Doing Practice-based Research in Therapy: A Reflexive Approach (Paperback)Sofie Bager-Charleson (author)
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Doing Practice-based Research in Therapy: A Reflexive Approach makes the vital link between practical research skills and self-awareness, critical reflection and personal development in practice-based research. Starting with a clear introduction to the theory, practice and debates surrounding this type of research, the book then guides the reader step-by-step through the practicalities of the research process, encouraging them to reflect upon and evaluate their practice at each stage.
- incorporates case studies throughout to illustrate different methodological approaches
- uses real life examples from students conducting practice-based psychotherapy research
- includes exercises, chapter objectives, end-of-chapter questions and suggestions for further reading to help consolidate learning
- encourages ongoing personal development by introducing personal development planning (PDP) and lifelong learning in the field of research.
By demystifying the reflexive approach, this highly practical guide ensures that trainees and qualified therapists get the most, both professionally and personally, from their practice-based research.
Publisher: SAGE Publications Ltd
Number of pages: 216
Weight: 380 g
Dimensions: 242 x 170 x 15 mm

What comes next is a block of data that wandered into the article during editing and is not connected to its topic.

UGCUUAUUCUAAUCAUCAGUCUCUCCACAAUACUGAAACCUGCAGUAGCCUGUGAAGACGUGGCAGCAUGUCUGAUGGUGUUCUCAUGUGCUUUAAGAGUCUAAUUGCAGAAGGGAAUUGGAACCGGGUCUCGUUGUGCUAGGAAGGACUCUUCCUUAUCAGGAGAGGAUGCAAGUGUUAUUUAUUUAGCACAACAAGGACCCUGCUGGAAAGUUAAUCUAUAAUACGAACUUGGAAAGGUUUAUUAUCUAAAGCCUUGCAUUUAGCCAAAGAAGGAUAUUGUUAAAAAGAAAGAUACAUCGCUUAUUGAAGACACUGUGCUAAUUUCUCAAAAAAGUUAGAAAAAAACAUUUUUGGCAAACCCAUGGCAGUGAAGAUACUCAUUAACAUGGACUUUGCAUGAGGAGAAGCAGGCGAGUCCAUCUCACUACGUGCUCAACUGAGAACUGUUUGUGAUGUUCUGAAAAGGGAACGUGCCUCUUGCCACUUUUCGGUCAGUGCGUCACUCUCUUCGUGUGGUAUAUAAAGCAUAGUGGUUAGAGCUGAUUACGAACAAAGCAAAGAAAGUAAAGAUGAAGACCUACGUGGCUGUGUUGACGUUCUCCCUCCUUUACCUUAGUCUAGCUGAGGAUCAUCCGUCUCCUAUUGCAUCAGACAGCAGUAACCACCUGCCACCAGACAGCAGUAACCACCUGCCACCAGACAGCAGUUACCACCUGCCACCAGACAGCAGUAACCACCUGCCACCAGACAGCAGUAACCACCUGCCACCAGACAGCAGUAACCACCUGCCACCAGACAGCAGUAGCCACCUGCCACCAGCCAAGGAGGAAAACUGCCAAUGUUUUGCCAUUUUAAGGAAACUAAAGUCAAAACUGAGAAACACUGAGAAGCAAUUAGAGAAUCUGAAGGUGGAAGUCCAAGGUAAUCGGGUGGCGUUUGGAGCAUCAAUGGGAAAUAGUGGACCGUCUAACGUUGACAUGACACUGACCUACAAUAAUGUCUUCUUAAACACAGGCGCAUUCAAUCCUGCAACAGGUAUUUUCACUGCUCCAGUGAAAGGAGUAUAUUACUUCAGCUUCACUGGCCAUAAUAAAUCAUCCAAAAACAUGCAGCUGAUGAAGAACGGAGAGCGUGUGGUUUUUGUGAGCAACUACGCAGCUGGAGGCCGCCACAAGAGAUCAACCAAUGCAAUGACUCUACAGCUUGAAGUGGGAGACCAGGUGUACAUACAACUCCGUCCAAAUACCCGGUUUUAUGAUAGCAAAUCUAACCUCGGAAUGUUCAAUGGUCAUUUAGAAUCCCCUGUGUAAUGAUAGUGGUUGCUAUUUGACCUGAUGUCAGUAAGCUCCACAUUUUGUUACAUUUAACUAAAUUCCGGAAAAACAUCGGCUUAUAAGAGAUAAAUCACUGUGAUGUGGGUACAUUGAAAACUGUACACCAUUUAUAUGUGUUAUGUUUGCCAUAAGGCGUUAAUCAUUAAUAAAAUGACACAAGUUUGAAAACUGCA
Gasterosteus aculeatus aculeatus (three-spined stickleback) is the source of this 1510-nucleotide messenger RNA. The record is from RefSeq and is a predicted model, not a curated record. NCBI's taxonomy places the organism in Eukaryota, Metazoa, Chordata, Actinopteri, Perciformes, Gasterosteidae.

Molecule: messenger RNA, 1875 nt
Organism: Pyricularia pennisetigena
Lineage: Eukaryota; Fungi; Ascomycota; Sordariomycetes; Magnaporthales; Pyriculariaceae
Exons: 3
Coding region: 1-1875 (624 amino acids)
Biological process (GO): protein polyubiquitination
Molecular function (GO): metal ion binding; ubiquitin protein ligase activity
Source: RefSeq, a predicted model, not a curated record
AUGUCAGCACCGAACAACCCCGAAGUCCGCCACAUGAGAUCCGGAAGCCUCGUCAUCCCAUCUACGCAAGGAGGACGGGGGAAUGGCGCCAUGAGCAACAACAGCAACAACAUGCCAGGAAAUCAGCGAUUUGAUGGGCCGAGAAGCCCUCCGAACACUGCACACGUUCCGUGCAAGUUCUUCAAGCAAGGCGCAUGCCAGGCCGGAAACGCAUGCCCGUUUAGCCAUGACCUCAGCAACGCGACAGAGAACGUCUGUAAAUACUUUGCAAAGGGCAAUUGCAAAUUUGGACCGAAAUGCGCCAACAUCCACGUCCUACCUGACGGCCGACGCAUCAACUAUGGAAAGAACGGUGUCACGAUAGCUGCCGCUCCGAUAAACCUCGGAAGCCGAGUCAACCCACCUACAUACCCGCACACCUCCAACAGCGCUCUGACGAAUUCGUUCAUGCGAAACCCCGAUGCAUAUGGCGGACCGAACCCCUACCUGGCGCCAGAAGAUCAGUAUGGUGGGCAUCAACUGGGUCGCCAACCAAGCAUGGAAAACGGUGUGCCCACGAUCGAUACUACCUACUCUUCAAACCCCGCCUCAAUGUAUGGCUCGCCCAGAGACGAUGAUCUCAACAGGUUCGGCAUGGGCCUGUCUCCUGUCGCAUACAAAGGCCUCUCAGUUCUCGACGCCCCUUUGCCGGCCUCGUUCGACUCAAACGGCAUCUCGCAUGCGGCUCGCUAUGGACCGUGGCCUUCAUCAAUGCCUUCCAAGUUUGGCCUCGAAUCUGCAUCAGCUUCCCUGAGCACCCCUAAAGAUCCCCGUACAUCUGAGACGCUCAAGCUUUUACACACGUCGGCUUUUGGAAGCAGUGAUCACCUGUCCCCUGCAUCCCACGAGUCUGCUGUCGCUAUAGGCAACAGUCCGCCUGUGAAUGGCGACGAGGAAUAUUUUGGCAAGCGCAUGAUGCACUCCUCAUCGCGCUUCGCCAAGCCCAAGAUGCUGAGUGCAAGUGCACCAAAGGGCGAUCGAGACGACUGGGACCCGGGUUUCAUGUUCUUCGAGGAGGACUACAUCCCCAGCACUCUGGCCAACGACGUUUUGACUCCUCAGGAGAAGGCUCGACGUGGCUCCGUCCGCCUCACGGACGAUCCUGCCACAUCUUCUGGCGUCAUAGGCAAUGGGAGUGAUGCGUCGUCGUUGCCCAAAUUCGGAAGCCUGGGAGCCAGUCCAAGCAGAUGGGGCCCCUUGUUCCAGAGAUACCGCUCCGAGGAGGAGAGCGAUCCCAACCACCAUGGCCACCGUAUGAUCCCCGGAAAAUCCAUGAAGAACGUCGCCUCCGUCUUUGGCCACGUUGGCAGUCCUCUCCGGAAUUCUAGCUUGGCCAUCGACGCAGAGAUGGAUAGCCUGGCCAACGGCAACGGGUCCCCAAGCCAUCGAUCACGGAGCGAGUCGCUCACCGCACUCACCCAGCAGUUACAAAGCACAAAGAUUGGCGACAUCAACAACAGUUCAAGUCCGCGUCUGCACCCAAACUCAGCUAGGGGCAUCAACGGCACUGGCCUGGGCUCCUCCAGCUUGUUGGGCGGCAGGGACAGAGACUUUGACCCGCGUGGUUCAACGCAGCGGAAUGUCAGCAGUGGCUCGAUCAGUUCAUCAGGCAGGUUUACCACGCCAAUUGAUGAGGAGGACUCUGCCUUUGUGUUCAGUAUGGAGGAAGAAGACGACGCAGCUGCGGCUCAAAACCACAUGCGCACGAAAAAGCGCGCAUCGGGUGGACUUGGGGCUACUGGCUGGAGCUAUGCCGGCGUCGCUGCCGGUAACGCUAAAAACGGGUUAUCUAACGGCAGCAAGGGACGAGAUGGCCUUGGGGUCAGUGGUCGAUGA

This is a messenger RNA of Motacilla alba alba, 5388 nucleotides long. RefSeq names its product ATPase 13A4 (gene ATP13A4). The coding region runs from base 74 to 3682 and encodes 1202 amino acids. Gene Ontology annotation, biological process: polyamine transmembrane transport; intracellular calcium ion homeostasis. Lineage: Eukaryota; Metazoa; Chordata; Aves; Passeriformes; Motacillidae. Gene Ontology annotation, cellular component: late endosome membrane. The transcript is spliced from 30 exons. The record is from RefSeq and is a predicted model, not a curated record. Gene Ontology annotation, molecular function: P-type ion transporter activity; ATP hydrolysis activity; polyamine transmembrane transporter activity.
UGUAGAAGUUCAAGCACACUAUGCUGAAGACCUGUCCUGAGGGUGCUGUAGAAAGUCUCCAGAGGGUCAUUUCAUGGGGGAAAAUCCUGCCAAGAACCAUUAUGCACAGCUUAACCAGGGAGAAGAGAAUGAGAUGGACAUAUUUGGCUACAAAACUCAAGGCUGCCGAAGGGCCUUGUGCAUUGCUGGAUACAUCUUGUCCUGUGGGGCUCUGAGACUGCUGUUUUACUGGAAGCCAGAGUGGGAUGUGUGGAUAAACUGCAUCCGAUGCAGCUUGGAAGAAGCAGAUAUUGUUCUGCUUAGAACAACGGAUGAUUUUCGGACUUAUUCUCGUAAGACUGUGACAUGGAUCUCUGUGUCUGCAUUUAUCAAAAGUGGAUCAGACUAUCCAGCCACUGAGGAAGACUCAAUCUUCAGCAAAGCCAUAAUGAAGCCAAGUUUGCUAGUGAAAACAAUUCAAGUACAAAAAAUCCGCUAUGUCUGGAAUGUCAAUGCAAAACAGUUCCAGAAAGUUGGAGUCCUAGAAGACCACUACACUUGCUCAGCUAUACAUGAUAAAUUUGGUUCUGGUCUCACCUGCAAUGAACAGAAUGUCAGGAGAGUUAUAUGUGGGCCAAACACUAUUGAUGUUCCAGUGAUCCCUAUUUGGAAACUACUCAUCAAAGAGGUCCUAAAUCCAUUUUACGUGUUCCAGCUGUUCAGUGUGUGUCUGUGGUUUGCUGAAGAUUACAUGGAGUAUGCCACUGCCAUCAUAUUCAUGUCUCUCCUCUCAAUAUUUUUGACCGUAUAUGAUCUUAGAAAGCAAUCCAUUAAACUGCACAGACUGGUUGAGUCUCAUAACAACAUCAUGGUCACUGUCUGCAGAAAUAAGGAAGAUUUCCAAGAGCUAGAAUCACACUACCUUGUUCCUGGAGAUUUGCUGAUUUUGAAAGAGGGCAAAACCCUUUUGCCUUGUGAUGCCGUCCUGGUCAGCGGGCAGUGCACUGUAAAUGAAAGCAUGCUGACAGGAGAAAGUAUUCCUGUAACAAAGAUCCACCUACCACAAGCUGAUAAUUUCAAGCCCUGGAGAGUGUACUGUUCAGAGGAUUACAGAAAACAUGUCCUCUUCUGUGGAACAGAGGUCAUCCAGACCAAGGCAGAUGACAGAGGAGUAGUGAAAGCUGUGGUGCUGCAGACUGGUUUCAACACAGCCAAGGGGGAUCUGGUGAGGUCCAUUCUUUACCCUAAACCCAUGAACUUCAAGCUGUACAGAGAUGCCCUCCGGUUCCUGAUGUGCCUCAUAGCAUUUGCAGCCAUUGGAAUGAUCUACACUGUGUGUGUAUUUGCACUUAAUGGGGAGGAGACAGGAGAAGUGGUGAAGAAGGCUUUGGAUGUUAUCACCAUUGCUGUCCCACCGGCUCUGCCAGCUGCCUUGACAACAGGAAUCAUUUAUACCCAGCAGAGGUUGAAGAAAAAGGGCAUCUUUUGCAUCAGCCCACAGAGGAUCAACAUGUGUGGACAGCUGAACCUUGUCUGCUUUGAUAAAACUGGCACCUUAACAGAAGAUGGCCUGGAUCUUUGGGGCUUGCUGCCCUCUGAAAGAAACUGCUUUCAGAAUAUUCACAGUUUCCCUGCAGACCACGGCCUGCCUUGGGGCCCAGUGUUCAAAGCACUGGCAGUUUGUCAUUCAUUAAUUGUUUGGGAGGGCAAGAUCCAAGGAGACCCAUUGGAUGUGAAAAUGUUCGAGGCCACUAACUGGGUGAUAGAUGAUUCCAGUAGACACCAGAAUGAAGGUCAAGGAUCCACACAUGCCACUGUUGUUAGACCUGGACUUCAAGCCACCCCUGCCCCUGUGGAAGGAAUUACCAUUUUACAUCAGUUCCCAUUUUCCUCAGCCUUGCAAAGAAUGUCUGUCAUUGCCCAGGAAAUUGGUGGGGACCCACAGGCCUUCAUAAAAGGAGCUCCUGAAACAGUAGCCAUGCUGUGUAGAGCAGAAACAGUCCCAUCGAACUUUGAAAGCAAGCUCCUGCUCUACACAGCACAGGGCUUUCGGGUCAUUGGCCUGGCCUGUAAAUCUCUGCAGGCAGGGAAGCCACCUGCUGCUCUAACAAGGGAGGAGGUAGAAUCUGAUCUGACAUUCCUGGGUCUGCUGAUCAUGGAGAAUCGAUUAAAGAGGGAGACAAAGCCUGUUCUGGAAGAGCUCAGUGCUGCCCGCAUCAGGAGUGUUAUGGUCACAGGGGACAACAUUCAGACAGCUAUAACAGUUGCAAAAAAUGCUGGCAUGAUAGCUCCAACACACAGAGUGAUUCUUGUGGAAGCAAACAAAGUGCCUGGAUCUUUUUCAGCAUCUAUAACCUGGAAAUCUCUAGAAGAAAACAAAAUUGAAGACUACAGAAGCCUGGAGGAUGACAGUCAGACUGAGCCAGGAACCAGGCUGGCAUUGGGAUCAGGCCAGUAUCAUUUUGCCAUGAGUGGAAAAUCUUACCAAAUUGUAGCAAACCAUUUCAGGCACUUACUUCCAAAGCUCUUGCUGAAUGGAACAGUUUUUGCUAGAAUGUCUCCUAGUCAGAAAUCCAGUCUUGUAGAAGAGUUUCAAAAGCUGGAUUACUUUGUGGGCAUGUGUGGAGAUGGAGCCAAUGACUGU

Practice-based research is not well understood in the general social science research literature and this text will make a distinct contribution. -- Jeannie Wright
The real strength of the book lies in its evident grounding in ongoing and current research practice, frequently quoting from, or giving live examples of, students' work, such as the personal impact of going through a professional complaint or evaluating a voluntary sector agency providing school-based therapy. Hence the chapter on formulating a research question, often the key struggle for beginning researchers, gives a range of real-life examples which will be valuable to most readers.
-- Peter Jenkins - Senior Lecturer in Counselling at the University of Manchester
Like Bager-Charleson, I come from a position that holds that all practitioners are knowledge creators, that every counselling session is potentially a source of new and important knowledge. However, as this book recognises, the professions of counselling and psychotherapy have struggled with finding methods of research that generate new ????knowledge to inform a developing profession while honouring its deeply subjective dimensions. This book sets out to demystify research, and to correct the profession?'s somewhat uncritical adoption of positivist methods of gathering evidence without due reference to the complex subjectivity of the researcher. It seeks to offer practitioners a perspective that allows them to appreciate the potential of a research approach that acknowledges and explores the messiness of everyday practice... ??I came to this book with high hopes and expectations stemming from my own struggles as a practitioner-researcher who also teaches research methods for guidance counsellors. I had hoped to find in this book a resource for helping me to think creatively about possibilities for methods congruent with the reflexive nature of psychotherapy. Though not without flaws, this book has easily met those expectations.????? -- Dr David McCormack